Employment law is constantly evolving. Every year, the state of California passes new labor laws that impact the employment relationship. The following are some of the most prominent changes that will take effect on January 1, 2020.
AB 5: Independent Contractors
AB 5 codifies California Supreme Court’s 2018 decision in Dynamex Operations West, Inc. v. Superior Court, making it more difficult to treat workers are independent contractors. The passage of this bill has been discussed in depth in a previous blog article.
AB 9: Extension of FEHA Statute of Limitations
Under existing law, a person making a claim of discrimination or harassment under the Fair Employment and Housing Act (“FEHA”) must “file a complaint with the Department of Fair Employment and Housing within one year from the date upon which the last unlawful practice occurred.” This is known as exhausting administrative remedies.
The purpose of the administrative exhaustion requirement is to give the DFEH an opportunity to investigate the claim. The original one-year period was implemented due to difficulties in investigating older claims. Over time, witnesses begin to have a vague memory of events.
The legislature has decided that vague memory is no longer an issue. AB 9 extends the statute of limitation period to three years. Therefore, it is even more crucial for employers to maintain appropriate records and take notes of conversations that take place regarding discrimination and harassment.
AB 51: Prohibition of Arbitration Agreements
Under AB 51, employers will no longer be able to compel workers into arbitration for state discrimination claims or those brought under the Labor Code. AB 51 also prohibits arbitration agreements that require employees to opt out of a waiver “or take any affirmative action in order to preserve their rights.”
The stated purpose of AB 51 is to ensure that: (1) all persons have the full benefit of the rights, forums and procedures (rights) established by FEHA and the Labor Code; and (2) there is no retaliation against a person for refusing to consent to the waiver of such rights.
Experts are predicting that this new law will likely be challenged based on federal preemption and the established policy favoring arbitration agreements. Nevertheless, should have a competent attorney review their arbitration agreements and policies that may be perceived as coercive.
AB 749: “No Rehire” Settlement Agreements
The #MeToo movement has already greatly impacted California employment law. Last year, the legislature made all confidentiality provisions in sexual harassment claims void as a matter of law. AB 749 will now make “no rehire” provisions void in settlement agreements entered into on or after January 1, 2020.
This applies to all agreements settling employment disputes. However, the law does include several notable exceptions, including where the employer has made a good faith determination that the individual engaged in sexual harassment or assault. Further, the law does not require an employer to rehire an individual “if there is a legitimate non-discriminatory or non-retaliatory reason for terminating the employment relationship or refusing to rehire the person.”
AB 1804: Reporting Occupational Injuries and Illnesses
AB 1804 will require employers to report serious workplace injuries, illnesses, or death immediately by telephone or through an online platform to be developed by the Division of Occupational Safety and Health. There is currently no online platform so, employers are permitted to make these reports by telephone or email until the online platform is created. There is a $5,000 civil penalty for noncompliance.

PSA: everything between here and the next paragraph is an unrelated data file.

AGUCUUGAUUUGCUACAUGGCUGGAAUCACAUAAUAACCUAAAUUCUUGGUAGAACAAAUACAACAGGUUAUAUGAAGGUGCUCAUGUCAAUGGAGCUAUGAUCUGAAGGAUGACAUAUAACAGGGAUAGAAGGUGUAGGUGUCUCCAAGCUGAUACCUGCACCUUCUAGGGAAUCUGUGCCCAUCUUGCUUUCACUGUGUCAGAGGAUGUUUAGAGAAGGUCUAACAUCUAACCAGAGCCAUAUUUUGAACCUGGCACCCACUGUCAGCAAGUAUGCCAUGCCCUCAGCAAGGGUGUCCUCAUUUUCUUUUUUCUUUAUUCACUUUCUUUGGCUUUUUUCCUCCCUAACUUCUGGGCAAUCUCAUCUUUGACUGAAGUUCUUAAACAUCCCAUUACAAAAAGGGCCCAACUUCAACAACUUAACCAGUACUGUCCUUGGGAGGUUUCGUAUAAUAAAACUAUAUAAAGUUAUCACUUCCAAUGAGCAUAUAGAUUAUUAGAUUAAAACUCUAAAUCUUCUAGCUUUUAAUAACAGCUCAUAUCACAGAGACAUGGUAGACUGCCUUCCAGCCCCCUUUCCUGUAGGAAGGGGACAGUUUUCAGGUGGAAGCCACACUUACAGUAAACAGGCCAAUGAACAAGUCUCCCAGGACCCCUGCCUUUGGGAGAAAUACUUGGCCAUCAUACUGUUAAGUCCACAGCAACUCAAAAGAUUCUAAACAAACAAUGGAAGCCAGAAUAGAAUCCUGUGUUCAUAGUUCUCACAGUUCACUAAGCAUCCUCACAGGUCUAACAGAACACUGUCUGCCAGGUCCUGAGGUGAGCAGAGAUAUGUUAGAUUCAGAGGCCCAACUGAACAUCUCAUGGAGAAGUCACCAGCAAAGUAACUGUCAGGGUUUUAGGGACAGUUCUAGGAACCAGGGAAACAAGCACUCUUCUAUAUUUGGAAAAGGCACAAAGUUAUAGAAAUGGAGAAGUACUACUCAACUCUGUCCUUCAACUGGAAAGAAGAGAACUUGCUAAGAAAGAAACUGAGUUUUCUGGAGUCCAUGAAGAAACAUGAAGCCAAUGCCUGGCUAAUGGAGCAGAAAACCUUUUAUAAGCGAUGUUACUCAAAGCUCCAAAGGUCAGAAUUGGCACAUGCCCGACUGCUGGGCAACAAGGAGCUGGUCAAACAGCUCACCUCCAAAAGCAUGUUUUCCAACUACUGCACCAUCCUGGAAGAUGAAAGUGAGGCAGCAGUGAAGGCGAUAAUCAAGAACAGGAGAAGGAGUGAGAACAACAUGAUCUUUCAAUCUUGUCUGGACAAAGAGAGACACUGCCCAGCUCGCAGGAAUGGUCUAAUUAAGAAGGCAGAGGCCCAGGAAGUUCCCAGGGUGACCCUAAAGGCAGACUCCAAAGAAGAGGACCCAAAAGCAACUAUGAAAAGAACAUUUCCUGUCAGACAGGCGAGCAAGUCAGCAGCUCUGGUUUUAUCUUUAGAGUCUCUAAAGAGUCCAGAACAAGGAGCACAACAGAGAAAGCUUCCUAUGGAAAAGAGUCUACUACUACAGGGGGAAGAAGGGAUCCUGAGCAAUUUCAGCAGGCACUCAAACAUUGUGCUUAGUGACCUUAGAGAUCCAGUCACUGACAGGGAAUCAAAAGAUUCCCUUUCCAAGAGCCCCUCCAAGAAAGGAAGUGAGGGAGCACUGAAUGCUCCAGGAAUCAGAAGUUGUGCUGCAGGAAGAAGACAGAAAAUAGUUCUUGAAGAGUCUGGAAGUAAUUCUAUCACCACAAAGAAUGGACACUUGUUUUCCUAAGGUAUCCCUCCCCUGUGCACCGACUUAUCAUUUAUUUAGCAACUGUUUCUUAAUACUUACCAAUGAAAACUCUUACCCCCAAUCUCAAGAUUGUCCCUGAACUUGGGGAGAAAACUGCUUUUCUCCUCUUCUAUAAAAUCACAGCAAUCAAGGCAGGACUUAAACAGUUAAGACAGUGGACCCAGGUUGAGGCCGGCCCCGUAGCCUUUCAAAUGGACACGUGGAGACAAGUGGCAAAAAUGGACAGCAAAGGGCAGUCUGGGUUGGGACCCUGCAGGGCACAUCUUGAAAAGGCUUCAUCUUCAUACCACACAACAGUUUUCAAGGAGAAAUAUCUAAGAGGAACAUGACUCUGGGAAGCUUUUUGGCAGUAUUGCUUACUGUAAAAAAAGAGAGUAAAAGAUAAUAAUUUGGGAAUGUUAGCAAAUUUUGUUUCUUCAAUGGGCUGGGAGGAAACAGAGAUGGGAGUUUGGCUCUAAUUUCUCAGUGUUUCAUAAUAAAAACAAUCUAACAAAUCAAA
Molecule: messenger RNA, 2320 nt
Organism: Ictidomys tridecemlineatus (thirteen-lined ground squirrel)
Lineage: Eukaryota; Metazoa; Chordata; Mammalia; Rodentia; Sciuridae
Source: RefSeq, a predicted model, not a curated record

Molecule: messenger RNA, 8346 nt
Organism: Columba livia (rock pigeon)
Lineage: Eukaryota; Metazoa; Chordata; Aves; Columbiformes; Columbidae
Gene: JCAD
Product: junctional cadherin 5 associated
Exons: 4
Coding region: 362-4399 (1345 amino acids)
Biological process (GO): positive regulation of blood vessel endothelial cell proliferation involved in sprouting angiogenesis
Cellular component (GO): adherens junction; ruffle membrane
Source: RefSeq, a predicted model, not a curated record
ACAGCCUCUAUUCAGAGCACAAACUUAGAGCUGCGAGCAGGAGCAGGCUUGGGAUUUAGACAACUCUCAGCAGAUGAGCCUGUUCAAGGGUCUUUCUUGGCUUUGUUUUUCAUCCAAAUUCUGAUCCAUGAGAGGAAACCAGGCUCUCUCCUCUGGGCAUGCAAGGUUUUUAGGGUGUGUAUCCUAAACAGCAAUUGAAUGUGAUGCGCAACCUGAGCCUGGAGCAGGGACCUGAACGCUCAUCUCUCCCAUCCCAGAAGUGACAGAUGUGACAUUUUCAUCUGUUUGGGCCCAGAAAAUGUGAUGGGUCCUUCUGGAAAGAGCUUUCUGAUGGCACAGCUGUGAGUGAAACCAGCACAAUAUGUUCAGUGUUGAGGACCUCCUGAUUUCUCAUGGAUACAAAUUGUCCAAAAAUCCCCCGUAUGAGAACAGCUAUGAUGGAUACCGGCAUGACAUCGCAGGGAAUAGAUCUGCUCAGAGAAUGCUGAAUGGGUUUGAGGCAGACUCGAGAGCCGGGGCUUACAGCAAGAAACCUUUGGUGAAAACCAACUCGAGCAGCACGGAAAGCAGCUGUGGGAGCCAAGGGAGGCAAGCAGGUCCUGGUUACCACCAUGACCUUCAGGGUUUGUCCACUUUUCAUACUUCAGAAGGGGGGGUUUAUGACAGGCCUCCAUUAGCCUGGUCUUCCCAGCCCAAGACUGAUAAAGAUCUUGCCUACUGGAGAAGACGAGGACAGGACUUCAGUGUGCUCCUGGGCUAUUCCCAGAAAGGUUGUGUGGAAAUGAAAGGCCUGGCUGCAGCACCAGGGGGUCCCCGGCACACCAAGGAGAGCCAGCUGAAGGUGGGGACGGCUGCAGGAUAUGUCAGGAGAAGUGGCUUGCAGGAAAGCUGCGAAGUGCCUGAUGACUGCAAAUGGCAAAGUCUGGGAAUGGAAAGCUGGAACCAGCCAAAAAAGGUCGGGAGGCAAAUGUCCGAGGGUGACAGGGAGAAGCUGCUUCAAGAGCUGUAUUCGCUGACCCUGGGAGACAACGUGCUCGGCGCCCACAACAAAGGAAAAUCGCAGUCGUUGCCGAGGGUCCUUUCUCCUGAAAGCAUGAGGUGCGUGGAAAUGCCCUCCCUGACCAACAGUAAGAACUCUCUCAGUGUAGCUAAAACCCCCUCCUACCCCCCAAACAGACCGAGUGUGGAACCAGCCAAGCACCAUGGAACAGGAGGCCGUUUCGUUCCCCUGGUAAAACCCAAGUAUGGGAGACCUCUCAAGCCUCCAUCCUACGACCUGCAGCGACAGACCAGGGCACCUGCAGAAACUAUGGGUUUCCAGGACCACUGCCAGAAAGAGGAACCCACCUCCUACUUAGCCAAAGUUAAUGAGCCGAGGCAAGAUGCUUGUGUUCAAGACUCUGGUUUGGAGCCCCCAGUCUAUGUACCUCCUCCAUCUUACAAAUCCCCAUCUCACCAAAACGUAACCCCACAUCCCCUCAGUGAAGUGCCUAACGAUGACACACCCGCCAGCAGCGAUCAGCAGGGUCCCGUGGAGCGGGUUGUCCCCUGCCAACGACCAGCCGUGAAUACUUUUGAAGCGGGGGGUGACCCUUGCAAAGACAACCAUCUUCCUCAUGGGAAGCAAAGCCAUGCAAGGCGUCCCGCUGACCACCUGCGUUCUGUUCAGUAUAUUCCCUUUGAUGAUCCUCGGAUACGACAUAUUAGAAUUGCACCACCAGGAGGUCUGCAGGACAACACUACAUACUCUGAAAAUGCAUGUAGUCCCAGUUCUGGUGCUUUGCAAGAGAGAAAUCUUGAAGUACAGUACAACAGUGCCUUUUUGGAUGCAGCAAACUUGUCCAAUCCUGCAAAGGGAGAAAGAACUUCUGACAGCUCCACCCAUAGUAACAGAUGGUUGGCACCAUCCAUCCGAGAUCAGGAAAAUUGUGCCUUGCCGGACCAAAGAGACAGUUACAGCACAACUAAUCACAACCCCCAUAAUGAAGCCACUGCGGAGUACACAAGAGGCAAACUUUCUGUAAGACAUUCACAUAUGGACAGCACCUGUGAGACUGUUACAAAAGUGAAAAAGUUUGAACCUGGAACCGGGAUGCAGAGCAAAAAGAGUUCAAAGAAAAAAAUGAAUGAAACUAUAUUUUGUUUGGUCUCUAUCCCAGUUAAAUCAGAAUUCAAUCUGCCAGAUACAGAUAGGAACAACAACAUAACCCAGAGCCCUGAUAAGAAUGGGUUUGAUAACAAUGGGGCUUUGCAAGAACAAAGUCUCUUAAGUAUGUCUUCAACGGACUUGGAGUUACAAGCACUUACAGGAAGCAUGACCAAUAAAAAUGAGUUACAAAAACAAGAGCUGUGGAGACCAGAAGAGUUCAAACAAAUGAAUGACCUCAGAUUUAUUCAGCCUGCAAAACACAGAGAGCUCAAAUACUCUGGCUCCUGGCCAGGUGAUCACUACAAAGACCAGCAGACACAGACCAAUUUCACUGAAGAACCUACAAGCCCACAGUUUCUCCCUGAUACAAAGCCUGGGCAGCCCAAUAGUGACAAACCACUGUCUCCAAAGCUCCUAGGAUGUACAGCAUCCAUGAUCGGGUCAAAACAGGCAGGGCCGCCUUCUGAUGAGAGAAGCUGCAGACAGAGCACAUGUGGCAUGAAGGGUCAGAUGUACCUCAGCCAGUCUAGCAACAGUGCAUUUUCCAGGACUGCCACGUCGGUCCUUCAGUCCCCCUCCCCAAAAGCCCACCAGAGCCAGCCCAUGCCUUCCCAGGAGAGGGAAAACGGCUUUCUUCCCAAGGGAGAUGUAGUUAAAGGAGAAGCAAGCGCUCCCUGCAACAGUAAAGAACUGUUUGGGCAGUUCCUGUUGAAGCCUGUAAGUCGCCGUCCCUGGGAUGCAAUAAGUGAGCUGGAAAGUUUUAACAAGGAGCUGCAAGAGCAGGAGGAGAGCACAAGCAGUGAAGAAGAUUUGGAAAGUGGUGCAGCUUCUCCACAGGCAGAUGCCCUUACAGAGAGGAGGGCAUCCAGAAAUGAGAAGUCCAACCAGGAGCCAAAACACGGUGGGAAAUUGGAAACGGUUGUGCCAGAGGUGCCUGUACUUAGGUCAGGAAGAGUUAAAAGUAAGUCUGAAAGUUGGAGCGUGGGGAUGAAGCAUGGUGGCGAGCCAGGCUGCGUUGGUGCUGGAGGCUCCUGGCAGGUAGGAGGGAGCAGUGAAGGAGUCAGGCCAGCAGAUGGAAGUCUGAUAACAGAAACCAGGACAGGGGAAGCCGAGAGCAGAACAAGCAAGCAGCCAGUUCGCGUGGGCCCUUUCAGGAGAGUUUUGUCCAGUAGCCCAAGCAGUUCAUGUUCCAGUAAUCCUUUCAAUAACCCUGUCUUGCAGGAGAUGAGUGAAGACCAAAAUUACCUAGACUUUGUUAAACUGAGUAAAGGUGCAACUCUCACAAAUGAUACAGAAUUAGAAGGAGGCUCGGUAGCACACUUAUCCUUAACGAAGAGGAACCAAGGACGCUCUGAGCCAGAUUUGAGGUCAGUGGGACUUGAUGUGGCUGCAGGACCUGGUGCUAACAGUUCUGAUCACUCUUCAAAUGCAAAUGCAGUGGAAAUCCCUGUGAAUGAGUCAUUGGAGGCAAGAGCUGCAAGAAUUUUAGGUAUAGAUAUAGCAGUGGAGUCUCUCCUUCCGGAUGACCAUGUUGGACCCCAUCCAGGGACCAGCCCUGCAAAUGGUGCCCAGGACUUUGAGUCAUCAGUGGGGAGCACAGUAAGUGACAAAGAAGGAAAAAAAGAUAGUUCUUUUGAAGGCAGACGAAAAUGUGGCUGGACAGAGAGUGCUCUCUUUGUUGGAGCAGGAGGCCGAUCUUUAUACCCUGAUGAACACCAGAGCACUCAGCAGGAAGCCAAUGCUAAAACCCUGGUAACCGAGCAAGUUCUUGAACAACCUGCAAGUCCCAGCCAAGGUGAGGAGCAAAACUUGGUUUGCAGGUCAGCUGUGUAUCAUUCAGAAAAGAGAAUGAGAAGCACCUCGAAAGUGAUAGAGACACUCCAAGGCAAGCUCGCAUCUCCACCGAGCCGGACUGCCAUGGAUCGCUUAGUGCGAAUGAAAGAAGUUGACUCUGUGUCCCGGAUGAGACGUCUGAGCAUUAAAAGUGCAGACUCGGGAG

SB 142: Expansion of Lactation Accommodation Requirements
California law requires all employers to provide all nursing employees with breaks throughout the day to express breast milk. The employer shall make reasonable efforts to provide the employee with the use of a room or other location, other than a toilet stall, in close proximity to the employee’s work area, for the employee to express milk in private.
SB 142 expands existing law relating to add a number of new requirements for the lactation space itself, including access to running water and a refrigerator for storing milk. There are also employer policy requirements and document retention obligations. The bill will subject employers to Labor Code penalties for violations.
SB 188: Hairstyle Discrimination
SB 188, the Crown Act, will expand the FEHA’s definition of race to include traits historically associated with race, such as hair texture and “protective hairstyle” (e.g., braids, locks, and twists). The bill takes aim at traditional professional norms by addressing “workplace dress code and grooming policies that prohibit natural hair, including afros, braids, twists, and locks.” Employers are advised to evaluate their current dress and grooming standards.
SB 530: Harassment and Discrimination Prevention Training
California employers of five (5) or more employees, including those who work outside California, are required to provide sexual harassment prevention training to all employees every two years. Supervisors must receive two hours of training, and all other employees must receive one hour of training. SB 530 extends the deadline for mandatory sexual harassment training to January 1, 2021 for employers of seasonal, temporary, or other employees “hired to work for less than 6 months.”
Daniel Thompson is an employment lawyer with Davis & Wojcik APLC, a Southern California based law firm with offices located in Temecula and Hemet. He is also the author of Land of Liability: A Guide for California Employers. He can be reached at (951) 652-9000.